Can Stress and Anxiety Cause Schizophrenia?

Medically Reviewed on 5/2/2022

What is stress?

Stress is your body's way of responding to mental, physical, or emotional pressure and anxiety is your body's way of reacting to stressful situations. While stress is not a direct cause of schizophrenia, it can trigger an episode of schizophrenia in an already vulnerable person.
Stress is your body's way of responding to mental, physical, or emotional pressure and anxiety is your body's way of reacting to stressful situations. While stress is not a direct cause of schizophrenia, it can trigger an episode of schizophrenia in an already vulnerable person.

Although schizophrenia, stress, and anxiety are different mental disorders, it's possible to have them at the same time. Going through psychological stress can cause some symptoms of schizophrenia, especially if you're already prone to schizophrenia. Anxiety can also occur during the initial stages of schizophrenia, and you may be able to spot symptoms of anxiety before a psychotic episode.

Stress is your body’s way of responding to mental, physical, or emotional pressure. This pressure may come from normal life activities or life-changing events like abuse, trauma, and illness. Stress can lead to mental health issues like anxiety and depression.

Some medical issues that can be caused by stress include:

Symptoms of stress

The symptoms of stress can be divided into cognitive, emotional, physical, and behavioral symptoms.

The cognitive symptoms of stress can include:

  • Poor concentration
  • Pessimism
  • Anxiety
  • Poor judgment
  • Persistent worrying
  • Depression
  • Mood swings
  • Feeling isolated 

The physical symptoms include:

The behavioral symptoms of stress include:

  • Too much or too little sleep
  • Appetite changes
  • Alcohol and drug misuse
  • Neglecting responsibilities

Tips to manage stress

Here are some things you can do to help you handle stress:

  • Exercise
  • Get enough rest
  • Socialize with other people
  • Maintain a healthy diet
  • Engage multiple senses (smell, touch, etc.)
  • Try relaxation techniques like meditation, yoga, and deep breathing

What is anxiety?

Anxiety is your body’s way of reacting to stressful situations. Unlike the usual feeling of being nervous, anxiety may cause additional and persistent feelings of fear or worry. Anxiety is the most common mental health condition.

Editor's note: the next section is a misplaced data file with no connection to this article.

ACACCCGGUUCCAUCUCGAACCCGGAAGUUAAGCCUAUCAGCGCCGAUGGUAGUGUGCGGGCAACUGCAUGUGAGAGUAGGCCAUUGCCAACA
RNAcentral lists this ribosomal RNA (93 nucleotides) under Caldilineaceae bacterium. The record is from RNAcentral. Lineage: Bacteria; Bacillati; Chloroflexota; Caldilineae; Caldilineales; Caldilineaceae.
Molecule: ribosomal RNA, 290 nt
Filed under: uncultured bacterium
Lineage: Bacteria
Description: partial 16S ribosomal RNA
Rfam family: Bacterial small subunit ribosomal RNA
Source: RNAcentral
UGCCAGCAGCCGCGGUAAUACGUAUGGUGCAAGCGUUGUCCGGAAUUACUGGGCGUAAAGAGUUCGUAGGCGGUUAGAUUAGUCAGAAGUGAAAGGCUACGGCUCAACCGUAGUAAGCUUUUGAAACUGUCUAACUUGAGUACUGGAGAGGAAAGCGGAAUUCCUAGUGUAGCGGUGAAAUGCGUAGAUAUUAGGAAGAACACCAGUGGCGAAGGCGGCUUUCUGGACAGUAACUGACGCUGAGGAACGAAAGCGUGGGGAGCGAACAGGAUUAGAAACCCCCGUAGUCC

Some conditions related to anxiety are:

Types of anxiety disorders

There are several types of anxiety disorders, including:

Causes of anxiety

Some of these factors may increase your risk of getting an anxiety disorder:

  • Temperamental issues
  • Negative life events
  • A family history of anxiety or other mental health conditions
  • Underlying health conditions

Tips for coping and managing anxiety

Anxiety can spiral out of control if you don't manage it. If your anxiety is negatively impacting your life, you should seek support from a mental health professional. But there are also some things you can do on your own to improve your anxiety, such as:

  • Stress management
  • Meditation
  • In-person or online support groups
  • Learning about the disorder and educating your loved ones about it 

What is schizophrenia?

Schizophrenia is a mental health condition that makes it hard for you to handle emotions, think clearly, make decisions, maintain relationships, distinguish between what’s real and unreal, and generally function.  It causes behavioral changes and affects how you think.

Types of schizophrenia

There are different types of schizophrenia. They include:

  • Paranoid schizophrenia. This schizophrenia is characterized by paranoid delusions and hallucinations.
  • Hebephrenic schizophrenia. With this type, you may have speech difficulties, unpredictable behavior, disorganized thinking, and fragmented hallucinations and delusions. You may also socially isolate yourself. Negative symptoms usually develop quickly.
  • Catatonic schizophrenia. This form of schizophrenia is marked by extreme pessimism, excitement, vivid hallucinations, and psychomotor problems.
  • Post-schizophrenic depression. This is a prolonged depressive episode that happens after schizophrenic illness. Negative or positive symptoms may still be present.
  • Residual schizophrenia. Residual schizophrenia is usually diagnosed in the later stages of the condition with continued negative symptoms.